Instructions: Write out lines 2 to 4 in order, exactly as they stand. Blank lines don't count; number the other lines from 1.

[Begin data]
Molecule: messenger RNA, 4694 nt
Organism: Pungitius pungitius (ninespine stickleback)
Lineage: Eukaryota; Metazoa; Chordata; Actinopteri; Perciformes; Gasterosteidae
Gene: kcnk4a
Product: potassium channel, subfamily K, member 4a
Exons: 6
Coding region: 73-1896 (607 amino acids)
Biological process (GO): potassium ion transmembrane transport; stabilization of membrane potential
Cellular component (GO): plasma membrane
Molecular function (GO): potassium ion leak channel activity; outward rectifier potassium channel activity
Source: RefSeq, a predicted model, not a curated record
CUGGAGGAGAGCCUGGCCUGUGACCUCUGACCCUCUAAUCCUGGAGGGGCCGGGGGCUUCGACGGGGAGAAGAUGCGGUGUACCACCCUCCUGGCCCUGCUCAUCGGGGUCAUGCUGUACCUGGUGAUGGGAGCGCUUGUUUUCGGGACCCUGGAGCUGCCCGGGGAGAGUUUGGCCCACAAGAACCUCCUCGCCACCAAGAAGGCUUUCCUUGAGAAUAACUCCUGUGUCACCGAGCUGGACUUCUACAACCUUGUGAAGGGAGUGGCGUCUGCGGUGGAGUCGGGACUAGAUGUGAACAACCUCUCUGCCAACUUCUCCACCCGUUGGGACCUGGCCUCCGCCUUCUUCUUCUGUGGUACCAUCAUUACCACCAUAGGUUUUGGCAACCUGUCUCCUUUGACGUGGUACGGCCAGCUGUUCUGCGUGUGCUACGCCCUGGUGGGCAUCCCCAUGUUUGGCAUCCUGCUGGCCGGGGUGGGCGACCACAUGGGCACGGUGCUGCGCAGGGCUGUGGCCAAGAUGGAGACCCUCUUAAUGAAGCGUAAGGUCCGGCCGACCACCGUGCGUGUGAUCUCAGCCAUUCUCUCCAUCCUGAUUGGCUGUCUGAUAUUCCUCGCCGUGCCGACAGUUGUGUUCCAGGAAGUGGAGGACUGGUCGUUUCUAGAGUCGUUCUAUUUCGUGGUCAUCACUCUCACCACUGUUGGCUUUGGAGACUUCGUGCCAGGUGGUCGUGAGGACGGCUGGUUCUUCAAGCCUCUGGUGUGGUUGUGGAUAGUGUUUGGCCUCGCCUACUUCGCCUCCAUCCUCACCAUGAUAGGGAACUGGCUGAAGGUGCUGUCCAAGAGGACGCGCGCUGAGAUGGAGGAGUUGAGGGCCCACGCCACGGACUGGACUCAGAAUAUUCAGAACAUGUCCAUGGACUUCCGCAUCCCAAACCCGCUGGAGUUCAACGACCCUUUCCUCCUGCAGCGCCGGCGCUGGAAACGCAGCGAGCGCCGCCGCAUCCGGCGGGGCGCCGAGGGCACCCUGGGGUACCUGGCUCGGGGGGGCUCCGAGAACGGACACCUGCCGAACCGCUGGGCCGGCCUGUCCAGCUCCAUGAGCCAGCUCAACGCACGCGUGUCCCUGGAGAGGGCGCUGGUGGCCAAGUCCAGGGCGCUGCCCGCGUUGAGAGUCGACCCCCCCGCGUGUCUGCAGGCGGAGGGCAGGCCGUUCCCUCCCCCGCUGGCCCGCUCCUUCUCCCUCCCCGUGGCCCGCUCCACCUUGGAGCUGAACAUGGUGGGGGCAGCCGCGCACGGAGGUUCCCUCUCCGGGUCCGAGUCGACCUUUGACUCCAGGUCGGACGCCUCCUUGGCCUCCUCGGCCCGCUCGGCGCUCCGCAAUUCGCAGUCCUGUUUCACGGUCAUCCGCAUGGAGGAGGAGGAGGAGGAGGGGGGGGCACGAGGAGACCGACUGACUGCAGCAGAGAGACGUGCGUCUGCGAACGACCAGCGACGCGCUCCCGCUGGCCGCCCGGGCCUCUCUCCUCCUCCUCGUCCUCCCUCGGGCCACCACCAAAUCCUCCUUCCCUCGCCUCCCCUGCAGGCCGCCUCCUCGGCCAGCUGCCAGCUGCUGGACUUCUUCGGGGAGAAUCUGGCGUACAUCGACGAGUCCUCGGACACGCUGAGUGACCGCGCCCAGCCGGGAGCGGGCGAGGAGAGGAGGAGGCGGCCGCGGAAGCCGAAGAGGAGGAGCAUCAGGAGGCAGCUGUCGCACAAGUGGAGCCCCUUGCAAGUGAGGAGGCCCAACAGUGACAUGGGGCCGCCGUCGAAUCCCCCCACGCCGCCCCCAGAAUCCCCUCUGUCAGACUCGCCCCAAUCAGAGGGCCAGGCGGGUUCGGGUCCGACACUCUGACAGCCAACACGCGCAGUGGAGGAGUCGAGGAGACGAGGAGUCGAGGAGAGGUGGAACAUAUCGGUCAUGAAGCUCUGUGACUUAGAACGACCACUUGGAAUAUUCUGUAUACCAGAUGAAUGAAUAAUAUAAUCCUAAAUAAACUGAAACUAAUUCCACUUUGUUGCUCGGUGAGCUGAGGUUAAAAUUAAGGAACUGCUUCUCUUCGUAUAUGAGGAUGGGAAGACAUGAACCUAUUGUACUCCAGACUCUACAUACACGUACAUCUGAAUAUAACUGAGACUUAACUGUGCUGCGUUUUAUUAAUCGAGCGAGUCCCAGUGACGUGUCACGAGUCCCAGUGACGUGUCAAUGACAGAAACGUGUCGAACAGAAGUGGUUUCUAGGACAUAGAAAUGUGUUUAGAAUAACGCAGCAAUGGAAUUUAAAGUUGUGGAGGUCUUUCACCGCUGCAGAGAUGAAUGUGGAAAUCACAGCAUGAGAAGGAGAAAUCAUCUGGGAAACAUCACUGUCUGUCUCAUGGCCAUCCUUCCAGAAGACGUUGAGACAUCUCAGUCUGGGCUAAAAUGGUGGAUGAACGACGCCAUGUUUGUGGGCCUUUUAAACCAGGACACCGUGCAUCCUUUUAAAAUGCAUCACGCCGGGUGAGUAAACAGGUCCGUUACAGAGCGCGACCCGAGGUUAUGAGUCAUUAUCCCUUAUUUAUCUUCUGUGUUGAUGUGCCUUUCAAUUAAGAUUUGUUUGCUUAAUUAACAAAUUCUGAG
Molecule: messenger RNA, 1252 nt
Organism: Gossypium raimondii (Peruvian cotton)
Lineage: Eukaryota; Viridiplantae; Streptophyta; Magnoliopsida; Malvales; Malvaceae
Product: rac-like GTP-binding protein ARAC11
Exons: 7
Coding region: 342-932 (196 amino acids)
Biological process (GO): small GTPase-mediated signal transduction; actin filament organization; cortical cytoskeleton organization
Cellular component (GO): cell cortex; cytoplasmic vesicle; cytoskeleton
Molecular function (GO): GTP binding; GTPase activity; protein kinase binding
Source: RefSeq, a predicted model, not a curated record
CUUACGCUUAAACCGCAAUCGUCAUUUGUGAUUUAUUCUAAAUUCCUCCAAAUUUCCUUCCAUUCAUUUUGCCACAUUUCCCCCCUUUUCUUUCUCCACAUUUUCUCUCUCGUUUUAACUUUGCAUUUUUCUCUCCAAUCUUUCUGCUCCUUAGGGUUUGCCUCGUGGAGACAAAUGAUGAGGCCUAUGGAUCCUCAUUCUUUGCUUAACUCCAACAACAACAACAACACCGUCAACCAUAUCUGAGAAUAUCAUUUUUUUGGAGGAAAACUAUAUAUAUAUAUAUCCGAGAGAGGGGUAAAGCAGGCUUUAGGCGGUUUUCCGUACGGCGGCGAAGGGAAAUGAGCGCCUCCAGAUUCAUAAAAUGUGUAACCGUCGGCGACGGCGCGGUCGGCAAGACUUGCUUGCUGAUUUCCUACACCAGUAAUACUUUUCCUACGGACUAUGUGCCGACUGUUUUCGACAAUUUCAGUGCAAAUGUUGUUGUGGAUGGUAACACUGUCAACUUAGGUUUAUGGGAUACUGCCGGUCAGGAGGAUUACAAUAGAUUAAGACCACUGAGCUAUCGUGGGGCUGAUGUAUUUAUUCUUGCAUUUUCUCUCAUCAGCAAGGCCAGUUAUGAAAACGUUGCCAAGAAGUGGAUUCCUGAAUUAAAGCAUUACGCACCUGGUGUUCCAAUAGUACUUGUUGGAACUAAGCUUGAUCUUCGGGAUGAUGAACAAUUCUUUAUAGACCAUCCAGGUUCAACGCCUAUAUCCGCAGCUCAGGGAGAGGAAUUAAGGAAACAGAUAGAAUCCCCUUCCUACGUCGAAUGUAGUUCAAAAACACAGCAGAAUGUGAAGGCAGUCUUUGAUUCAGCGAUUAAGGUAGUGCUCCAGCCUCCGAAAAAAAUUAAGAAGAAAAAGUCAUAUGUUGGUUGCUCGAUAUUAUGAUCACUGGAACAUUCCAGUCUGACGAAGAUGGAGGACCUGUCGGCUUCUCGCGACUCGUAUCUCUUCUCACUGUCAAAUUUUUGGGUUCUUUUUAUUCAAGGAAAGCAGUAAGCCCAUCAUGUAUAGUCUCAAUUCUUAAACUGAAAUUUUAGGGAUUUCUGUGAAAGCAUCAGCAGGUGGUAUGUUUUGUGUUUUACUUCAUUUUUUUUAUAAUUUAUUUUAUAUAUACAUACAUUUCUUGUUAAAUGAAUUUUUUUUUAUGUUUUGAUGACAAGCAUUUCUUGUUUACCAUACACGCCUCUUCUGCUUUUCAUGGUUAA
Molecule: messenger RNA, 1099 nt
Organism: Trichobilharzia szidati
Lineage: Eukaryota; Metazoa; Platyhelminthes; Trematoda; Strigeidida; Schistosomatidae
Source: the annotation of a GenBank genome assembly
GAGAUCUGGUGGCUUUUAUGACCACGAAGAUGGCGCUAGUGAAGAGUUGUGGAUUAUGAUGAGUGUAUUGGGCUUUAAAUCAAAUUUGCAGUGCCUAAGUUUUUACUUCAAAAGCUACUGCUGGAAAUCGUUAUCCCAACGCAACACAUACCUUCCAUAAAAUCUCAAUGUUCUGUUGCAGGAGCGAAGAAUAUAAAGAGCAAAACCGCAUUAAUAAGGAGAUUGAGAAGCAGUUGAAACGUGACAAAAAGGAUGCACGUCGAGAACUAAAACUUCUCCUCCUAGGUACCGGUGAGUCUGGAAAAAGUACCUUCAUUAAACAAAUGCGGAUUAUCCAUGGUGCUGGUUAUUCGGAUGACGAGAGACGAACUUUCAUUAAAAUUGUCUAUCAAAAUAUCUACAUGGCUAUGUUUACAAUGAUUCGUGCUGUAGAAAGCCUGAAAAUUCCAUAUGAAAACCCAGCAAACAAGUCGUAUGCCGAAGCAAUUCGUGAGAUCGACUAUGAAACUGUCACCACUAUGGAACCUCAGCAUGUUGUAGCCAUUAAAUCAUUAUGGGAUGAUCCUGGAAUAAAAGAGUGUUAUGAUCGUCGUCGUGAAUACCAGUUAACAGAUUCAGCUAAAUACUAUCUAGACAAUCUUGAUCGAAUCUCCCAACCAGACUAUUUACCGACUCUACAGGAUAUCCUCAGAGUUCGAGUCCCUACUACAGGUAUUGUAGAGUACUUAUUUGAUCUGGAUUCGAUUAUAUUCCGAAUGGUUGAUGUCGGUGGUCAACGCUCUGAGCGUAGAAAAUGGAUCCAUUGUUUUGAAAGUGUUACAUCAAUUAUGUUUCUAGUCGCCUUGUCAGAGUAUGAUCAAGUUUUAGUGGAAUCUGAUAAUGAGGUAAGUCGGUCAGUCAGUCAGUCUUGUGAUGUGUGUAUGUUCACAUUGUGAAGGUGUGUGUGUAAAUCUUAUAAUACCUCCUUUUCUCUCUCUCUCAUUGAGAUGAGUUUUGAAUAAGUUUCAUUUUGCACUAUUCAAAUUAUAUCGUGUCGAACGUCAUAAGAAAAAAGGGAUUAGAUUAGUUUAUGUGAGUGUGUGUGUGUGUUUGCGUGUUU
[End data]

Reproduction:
Organism: Pungitius pungitius (ninespine stickleback)
Lineage: Eukaryota; Metazoa; Chordata; Actinopteri; Perciformes; Gasterosteidae
Gene: kcnk4a